As a medical practitioner, Cambell-McBride is well aware of the scientific rigor that goes into developing and conducting studies and the importance of publishing findings to inform other researchers and the public about what works and what doesn’t.

And because Cambell-McBride claims to have successfully treated thousands of patients with the GAPS diet, she has no shortage of patients to publish her findings in a peer-reviewed journal.

The fact that she hasn’t, further suggests that her claims to cure disease are clearly overreaching and largely false.

Also consider that if people claim the GAPS diet cured a condition like autism, they may not have had that condition in the first place.

Difficult to follow

Any type of elimination diet is difficult to follow — and follow correctly — with no exception for the GAPS diet.

The long list of foods to avoid along with the other rigid rules for detoxing and supplementation is anything but manageable for most people.

Those who have tried countless treatments in the past to cure or reduce their digestive or inflammatory symptoms may be more motivated to stick with something like the GAPS diet, but that motivation can quickly wane with time, especially in the absence of symptom relief.

Cambell-McBride does offer a lot of support through her website, books, videos, and so-called certified GAPS practitioners — who, by the way, require no formal medical or nutrition education — but even these resources may not be enough to stick with the diet long-term.

The GAPS diet can also become expensive quickly and is time-consuming since you have to make most of your own foods like broth, yogurt, or condiments like ketchup and mayonnaise, further adding to the challenges in following the diet.

Should you try it?

The GAPS diet remains popular among those with chronic inflammatory conditions looking to treat their symptoms.

While components of the diet can support gut health and therefore reduce inflammation that may help alleviate certain symptoms, there is no evidence to support the GAPS diet for the conditions it claims to treat.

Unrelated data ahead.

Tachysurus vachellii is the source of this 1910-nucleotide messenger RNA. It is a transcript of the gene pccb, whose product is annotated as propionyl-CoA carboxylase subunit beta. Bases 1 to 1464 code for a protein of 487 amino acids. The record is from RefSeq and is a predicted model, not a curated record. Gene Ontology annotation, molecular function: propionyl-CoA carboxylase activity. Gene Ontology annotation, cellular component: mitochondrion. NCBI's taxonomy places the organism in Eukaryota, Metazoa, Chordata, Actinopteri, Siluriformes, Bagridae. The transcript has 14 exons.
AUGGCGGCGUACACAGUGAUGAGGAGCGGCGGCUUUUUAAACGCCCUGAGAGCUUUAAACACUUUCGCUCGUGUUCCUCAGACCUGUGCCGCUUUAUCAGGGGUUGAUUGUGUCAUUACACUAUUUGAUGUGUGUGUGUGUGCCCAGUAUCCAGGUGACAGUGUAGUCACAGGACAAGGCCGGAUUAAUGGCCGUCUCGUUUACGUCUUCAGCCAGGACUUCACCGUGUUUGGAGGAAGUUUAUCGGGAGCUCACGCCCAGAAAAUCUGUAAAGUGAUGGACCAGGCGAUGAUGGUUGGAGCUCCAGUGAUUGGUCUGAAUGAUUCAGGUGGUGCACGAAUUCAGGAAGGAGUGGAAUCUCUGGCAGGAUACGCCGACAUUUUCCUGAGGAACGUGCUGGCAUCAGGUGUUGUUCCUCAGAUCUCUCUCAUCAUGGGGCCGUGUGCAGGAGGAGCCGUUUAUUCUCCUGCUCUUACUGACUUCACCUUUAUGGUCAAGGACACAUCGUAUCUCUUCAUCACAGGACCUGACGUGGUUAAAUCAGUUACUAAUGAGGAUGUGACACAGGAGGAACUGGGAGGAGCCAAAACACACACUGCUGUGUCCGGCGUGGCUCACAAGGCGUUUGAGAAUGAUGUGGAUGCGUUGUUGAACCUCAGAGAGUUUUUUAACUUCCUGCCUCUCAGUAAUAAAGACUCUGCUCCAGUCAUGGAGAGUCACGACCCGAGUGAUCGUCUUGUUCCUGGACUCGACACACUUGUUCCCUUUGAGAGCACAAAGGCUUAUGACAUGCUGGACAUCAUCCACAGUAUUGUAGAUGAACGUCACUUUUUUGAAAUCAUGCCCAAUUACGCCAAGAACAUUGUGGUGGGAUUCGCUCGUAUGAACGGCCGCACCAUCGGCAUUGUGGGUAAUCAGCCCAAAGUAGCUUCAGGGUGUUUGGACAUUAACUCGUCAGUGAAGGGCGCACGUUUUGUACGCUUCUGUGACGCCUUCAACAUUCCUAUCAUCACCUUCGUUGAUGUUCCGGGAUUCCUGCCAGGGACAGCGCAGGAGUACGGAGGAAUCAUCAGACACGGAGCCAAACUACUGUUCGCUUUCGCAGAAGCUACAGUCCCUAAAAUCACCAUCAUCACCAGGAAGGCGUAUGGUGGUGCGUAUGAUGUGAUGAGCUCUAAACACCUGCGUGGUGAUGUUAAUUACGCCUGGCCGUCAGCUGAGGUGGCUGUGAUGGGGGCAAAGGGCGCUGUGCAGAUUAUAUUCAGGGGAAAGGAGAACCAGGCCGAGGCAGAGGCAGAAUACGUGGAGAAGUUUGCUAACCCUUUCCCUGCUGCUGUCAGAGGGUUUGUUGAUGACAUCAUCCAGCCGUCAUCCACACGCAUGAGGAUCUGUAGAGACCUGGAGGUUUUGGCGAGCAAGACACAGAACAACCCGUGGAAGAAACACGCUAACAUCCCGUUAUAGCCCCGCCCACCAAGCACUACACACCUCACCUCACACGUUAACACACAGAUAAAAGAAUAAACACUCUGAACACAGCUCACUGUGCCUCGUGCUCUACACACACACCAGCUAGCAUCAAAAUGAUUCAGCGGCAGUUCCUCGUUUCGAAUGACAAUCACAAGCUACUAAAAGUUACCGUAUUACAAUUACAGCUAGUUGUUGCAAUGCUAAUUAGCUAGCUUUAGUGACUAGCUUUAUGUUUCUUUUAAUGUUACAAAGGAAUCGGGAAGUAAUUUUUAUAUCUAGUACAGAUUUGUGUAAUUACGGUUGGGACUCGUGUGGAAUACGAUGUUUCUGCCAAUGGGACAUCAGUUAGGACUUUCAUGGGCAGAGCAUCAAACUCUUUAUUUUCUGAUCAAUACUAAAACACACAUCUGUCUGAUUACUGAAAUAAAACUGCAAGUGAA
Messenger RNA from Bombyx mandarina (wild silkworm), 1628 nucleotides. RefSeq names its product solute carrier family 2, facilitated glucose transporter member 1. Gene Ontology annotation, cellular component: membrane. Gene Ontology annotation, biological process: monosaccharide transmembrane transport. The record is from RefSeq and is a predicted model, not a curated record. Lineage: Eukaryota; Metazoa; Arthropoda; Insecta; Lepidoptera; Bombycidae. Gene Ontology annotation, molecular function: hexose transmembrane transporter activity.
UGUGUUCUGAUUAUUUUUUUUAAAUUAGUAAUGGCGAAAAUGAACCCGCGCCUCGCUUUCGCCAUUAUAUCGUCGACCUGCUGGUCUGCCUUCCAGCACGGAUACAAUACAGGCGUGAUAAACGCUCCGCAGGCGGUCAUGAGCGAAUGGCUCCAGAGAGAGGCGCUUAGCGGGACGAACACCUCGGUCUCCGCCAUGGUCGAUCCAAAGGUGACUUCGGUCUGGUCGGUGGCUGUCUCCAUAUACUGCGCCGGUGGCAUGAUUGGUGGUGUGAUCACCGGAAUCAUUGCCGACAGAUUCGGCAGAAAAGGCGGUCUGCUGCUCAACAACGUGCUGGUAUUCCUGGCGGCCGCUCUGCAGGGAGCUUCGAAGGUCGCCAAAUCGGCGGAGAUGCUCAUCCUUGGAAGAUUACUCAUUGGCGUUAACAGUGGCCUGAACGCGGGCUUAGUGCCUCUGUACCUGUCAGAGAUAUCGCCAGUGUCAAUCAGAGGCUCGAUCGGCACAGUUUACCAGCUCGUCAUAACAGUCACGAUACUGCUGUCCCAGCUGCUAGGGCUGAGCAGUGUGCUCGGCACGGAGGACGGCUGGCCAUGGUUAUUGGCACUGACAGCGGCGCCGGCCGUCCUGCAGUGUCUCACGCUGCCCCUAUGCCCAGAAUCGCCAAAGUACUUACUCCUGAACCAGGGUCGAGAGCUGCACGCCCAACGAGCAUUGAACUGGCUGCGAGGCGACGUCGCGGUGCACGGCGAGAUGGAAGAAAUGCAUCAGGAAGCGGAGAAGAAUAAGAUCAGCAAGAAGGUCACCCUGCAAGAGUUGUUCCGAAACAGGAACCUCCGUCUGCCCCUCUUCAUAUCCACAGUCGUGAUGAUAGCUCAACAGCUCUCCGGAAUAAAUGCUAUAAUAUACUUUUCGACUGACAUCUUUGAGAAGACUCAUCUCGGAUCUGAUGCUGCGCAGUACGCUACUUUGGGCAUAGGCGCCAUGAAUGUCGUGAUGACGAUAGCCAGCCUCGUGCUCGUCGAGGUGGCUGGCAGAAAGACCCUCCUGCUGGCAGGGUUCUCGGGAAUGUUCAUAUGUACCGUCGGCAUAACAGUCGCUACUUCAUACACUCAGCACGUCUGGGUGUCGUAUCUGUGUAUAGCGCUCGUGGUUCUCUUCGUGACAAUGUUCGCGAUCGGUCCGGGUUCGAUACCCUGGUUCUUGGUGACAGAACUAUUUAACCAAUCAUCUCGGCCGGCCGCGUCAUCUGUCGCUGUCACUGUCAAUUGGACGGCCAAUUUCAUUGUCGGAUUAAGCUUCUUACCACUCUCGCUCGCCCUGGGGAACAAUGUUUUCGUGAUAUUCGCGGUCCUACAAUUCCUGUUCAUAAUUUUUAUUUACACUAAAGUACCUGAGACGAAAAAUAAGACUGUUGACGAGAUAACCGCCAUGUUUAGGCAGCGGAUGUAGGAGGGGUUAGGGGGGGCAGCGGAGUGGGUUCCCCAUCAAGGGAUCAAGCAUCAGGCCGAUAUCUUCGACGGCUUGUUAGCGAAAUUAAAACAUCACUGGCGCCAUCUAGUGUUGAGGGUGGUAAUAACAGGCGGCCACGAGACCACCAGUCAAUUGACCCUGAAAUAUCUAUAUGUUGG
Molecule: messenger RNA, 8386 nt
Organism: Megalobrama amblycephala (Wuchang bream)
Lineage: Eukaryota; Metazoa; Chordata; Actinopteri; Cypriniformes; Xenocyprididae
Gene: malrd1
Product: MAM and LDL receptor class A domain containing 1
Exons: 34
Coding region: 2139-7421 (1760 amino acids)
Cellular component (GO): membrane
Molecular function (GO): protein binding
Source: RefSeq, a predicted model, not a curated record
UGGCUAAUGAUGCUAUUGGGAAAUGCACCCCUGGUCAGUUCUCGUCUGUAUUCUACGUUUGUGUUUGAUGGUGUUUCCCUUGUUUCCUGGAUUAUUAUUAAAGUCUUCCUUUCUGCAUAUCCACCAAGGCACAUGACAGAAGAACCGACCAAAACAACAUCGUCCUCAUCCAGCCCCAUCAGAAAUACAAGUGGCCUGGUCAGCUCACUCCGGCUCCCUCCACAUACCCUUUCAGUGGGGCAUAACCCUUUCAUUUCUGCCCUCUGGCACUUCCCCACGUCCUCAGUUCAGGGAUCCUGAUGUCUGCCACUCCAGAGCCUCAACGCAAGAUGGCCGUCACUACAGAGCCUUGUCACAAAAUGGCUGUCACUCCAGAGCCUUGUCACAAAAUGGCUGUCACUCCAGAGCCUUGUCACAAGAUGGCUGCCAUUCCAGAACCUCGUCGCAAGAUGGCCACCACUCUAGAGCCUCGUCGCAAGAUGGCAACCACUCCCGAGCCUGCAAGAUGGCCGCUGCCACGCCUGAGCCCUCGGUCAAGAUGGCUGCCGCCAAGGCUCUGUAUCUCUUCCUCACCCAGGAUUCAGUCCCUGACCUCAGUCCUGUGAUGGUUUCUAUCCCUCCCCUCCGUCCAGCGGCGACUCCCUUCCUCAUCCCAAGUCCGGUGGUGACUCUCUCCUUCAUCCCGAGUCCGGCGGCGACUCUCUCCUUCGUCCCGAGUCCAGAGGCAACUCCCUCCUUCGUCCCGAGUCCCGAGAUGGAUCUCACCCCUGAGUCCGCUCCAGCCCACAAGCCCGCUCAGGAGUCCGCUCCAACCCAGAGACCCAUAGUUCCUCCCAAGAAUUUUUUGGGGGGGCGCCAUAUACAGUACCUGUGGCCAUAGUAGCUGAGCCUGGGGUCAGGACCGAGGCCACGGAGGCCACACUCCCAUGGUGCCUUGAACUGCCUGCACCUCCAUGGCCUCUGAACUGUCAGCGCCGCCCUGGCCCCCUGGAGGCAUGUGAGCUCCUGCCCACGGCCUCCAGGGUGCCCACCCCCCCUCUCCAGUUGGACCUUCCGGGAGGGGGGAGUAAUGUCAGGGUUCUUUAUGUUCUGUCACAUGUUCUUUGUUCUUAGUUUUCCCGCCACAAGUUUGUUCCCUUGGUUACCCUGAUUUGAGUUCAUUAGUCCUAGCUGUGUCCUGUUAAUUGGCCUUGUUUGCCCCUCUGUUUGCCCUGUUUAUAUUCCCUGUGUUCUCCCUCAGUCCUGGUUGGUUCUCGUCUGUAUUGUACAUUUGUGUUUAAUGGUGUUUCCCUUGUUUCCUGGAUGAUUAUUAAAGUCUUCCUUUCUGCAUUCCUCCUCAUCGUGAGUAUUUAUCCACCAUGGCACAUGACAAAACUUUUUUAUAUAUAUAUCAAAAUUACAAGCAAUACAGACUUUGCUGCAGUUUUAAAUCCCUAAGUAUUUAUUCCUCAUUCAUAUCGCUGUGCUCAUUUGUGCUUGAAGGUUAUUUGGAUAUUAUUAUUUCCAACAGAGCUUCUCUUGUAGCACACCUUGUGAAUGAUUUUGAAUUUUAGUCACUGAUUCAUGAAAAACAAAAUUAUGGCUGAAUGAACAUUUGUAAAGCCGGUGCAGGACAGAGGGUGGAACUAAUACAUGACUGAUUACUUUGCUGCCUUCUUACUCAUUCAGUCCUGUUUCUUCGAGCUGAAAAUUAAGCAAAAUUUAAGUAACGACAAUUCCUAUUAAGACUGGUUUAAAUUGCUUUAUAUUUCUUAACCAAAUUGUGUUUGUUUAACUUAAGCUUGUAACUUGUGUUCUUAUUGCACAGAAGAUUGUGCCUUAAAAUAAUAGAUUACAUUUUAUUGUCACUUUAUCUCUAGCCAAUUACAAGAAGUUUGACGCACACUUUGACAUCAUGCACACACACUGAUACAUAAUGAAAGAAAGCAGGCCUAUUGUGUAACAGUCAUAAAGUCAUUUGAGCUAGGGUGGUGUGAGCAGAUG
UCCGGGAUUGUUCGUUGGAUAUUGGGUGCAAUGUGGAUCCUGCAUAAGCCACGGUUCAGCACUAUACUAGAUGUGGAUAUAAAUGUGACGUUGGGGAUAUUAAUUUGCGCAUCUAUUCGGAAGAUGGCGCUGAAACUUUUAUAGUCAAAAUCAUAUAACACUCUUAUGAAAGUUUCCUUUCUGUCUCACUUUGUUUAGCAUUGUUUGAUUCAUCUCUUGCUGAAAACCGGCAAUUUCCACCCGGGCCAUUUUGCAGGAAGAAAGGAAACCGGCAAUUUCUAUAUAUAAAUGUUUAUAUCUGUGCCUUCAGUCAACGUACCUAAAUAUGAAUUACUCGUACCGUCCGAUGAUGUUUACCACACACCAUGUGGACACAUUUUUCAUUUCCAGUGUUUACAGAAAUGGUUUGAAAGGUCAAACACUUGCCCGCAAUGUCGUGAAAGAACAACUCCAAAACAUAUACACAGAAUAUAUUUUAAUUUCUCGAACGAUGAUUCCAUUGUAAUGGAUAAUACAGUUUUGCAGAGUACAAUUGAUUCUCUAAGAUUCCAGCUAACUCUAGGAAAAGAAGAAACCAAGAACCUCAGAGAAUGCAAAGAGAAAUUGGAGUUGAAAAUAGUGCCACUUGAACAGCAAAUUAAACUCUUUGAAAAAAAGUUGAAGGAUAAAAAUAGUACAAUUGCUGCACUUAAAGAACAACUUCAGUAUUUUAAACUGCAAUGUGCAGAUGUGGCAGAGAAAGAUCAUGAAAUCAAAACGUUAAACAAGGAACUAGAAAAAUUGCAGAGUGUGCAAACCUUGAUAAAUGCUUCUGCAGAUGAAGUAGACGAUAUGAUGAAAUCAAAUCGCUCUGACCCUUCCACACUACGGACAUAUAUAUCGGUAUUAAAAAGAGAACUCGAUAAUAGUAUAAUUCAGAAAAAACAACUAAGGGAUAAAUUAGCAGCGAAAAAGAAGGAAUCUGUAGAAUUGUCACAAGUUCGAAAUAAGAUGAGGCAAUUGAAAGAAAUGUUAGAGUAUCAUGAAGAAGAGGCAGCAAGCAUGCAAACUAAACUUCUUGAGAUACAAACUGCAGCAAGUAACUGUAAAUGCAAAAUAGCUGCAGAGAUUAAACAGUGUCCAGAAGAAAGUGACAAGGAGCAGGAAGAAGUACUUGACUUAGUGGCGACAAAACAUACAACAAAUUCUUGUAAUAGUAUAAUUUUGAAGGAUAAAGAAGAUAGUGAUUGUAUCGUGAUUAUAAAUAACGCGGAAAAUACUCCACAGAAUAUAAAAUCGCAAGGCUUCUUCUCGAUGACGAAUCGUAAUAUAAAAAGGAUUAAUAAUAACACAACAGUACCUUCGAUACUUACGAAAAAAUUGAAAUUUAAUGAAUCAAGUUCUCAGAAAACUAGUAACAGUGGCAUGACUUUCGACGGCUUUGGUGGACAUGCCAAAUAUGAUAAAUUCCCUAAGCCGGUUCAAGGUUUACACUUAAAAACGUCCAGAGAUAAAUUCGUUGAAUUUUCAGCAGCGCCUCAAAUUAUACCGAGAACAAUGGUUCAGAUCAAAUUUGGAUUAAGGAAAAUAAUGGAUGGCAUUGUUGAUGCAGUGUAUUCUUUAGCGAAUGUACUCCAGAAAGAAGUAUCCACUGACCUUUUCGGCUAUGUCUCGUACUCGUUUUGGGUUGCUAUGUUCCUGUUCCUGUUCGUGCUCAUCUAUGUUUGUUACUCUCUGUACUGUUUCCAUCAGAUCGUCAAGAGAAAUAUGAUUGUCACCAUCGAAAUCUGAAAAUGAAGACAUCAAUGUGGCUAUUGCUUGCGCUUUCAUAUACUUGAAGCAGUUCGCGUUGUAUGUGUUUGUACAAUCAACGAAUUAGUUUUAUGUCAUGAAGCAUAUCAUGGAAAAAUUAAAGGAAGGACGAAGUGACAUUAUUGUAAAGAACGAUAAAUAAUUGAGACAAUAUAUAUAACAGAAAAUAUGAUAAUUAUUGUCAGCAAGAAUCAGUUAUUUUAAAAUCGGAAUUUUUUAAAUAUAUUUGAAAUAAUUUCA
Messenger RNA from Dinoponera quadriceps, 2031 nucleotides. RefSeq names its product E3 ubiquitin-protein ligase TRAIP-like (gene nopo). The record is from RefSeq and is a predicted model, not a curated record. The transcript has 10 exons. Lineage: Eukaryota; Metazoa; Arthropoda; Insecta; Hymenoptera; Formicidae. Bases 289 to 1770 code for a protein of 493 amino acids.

As an elimination-style diet, the GAPS diet may help you identify foods linked with your symptoms, but it can also lead to other unnecessary food restrictions that can not only impact your health but the quality of your life.

Still, elimination diets are difficult to follow correctly, and certified GAPS practitioners likely don’t have the competencies or credentials to provide adequate support.

Even then, most states in America require licensure to provide nutrition therapy for the conditions that the GAPS diet claims to treat, so those without licensure who are administering the GAPS diet are doing so illegally.

In either case, reducing the amount of processed foods in our diets and incorporating more whole foods as the GAPS diet does is something that almost everyone can get behind.

How the GAPS does this, however, is more complex than it needs to be and can be potentially harmful, especially if those trying the GAPS diet forgo evidence-based treatments.

The bottom line

The GAPS diet was created by neurologist Cambell-McBride who claims to have successfully treated thousands of patients with various chronic inflammatory diseases that affect the brain, digestive system, and hormones.

It involves a two-step diet protocol in combination with nutritional supplementation and various detoxing strategies.

Components of the diet may improve gut health — especially if you follow a Western-style diet — and it may be useful for identifying foods or ingredients to which you may intolerant or allergic.

However, there is no evidence that the GAPS diet can cure the diseases it claims to treat. It can also be difficult to follow due to its rigid diet rules and time-consuming qualities.

It’s essential to consider both the pros and cons in determining whether the GAPS diet is right for you.


Gavin Van De Walle, MS, RD, LN
Gavin Van De Walle, MS, RD, LN

Gavin Van De Walle holds a master's degree in human nutrition and bioenergetics. He is a registered dietitian who aims to arm the public with evidence-based nutrition recommendations so they can make their own educated and informed health decisions.